Next, a flock of lambs are performed adorably by the 'Junior Associates of the National Ballet School,' all about four years old and precious in their little BoPeep sheep's dresses, all pinks with one black sheep. A sheep, Andreea Olteanu, and her flock are tormented by a Fox, Philip Lau, who suddenly appears. The lead sheep, with terrific extensions and grace especially for her species, charms the fox as Baba keeps the little sheep rounded up and safe. One young audience member was unclear as to what animal the fox was. "What's that guy?"

The crazy waiters and the rolly-jolly chefs are quite a hit and whimsical fun as they prepare and present the meal for Marie and Misha. A bee (Brenda Little) and flowers and branches were delightful, although from time to time our bee looked rushed through the steps, perhaps a sixteenth of a note 'off' in this gruelingly buzzy passage.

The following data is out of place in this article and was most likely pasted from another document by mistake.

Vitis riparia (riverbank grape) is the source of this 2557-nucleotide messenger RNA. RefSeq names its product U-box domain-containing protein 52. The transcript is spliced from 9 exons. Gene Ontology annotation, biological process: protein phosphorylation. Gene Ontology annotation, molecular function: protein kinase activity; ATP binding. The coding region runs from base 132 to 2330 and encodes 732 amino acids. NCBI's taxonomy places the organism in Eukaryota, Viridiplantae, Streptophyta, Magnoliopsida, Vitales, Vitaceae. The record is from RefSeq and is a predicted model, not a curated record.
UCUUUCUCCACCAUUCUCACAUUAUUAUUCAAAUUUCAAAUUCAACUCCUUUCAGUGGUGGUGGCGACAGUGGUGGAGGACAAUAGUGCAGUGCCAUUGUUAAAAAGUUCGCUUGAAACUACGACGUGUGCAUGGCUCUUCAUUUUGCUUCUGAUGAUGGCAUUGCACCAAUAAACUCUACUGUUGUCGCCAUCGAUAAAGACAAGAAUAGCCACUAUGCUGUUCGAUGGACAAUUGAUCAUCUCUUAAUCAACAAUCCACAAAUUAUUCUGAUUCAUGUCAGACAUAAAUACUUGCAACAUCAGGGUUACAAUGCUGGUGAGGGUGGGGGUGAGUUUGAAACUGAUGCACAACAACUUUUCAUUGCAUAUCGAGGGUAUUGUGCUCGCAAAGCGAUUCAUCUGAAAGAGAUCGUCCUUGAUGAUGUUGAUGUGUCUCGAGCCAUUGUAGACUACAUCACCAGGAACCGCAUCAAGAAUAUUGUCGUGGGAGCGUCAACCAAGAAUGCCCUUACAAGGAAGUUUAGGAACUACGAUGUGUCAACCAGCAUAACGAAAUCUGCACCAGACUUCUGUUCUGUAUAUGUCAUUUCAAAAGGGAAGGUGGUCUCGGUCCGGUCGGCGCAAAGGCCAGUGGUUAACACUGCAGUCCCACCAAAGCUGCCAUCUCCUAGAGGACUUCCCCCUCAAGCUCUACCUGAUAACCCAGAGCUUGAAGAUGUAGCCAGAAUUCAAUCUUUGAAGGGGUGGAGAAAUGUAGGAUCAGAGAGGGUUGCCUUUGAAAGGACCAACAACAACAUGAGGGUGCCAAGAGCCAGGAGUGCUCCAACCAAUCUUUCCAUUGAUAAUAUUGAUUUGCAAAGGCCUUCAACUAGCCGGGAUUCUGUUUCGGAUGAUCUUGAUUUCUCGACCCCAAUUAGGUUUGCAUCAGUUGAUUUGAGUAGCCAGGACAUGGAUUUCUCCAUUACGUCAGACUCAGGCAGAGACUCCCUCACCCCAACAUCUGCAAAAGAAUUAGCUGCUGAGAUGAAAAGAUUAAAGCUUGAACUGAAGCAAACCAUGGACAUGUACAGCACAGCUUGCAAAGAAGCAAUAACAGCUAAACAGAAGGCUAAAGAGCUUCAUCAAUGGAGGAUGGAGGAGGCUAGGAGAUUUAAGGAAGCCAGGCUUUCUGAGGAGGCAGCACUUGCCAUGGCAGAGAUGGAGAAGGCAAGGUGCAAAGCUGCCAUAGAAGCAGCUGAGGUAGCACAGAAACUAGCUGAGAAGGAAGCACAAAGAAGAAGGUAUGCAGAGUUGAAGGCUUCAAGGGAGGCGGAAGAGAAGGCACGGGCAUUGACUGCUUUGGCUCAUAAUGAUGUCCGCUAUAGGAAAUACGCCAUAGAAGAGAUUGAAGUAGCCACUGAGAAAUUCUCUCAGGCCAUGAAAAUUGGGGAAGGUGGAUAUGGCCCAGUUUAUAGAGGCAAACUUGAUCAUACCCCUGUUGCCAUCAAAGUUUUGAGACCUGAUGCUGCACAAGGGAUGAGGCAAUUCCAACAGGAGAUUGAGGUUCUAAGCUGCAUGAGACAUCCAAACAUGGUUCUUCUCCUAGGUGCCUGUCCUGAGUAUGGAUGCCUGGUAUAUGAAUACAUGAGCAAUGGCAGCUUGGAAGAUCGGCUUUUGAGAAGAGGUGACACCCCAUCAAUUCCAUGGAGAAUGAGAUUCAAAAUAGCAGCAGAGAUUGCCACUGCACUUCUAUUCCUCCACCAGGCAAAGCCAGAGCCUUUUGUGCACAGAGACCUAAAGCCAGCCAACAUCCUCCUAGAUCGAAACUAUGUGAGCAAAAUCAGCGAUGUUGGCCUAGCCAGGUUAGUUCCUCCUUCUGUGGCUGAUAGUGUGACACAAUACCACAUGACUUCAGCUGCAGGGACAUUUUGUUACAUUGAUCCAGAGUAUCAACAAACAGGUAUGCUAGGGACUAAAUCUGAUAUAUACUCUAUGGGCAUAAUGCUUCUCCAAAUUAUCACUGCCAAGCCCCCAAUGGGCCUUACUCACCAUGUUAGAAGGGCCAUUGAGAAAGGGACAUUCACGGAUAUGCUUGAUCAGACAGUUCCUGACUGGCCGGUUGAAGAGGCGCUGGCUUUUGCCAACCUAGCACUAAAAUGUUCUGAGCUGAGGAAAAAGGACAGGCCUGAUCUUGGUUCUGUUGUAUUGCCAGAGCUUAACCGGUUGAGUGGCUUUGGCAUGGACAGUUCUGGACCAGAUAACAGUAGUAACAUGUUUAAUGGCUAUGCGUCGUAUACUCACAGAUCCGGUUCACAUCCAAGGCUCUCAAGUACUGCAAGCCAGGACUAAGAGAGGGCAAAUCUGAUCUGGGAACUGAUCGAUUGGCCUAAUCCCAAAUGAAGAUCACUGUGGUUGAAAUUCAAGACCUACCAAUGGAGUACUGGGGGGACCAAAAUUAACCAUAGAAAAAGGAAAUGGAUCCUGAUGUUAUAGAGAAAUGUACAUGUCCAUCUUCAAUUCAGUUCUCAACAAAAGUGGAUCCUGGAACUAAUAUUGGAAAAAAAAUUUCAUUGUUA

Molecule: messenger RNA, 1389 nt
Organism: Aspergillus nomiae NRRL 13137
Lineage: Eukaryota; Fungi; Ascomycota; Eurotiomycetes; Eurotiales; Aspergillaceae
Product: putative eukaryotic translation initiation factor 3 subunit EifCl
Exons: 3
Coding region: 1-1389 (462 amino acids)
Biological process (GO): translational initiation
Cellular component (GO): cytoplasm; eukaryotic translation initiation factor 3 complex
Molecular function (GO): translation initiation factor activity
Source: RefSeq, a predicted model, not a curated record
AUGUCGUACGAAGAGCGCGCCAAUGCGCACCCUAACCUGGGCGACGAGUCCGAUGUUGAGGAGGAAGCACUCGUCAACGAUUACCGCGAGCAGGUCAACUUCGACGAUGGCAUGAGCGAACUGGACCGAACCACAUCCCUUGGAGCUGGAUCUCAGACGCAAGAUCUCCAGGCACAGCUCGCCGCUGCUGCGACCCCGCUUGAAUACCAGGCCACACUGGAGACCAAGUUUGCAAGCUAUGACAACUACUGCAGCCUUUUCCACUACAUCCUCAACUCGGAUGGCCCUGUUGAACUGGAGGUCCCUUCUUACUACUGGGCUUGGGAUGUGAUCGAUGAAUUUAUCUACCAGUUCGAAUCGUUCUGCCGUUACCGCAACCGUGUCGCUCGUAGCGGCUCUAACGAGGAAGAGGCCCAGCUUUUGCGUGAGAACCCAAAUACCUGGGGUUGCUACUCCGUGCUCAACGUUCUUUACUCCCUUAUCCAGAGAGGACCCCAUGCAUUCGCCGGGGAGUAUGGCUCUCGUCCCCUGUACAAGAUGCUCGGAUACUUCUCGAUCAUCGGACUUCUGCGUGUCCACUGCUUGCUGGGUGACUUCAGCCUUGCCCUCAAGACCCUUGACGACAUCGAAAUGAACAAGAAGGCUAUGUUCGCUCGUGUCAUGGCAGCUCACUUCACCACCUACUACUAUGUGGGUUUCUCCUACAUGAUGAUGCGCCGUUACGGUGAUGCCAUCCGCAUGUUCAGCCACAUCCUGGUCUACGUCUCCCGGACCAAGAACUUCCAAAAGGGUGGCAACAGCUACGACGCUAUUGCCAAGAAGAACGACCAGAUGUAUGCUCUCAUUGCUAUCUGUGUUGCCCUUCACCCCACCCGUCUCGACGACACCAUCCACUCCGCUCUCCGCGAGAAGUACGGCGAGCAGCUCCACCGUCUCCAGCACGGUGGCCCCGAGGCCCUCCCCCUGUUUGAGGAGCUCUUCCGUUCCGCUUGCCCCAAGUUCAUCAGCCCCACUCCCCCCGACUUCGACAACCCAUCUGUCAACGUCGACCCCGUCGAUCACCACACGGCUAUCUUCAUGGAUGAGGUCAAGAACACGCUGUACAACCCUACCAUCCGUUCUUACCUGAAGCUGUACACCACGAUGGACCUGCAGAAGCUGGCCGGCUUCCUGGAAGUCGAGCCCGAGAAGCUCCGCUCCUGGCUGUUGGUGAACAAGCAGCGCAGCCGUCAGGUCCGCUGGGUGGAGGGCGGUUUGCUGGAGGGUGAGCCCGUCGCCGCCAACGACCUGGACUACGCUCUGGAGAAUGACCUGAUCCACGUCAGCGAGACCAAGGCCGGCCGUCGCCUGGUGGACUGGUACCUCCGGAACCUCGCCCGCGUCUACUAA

And now for desert. Get out your favorite brandy, find your leather chair, ring for someone to stoke the fire and prepare to be serenely and deeply moved by the duo of Martine Lamy and Rex Harrington.

Marie and Misha had noticed that their friend the prince fancies the Sugar Plum and encourage him to ask her to dance. He does so, and during the dance their love grows and they are betrothed.

It amuses me to consider that before this passage I knew more or less what was going to be presented: a love story, a classical pas de deux performed here by two great artists. Sure, I expected to marvel, only I received infinitely more.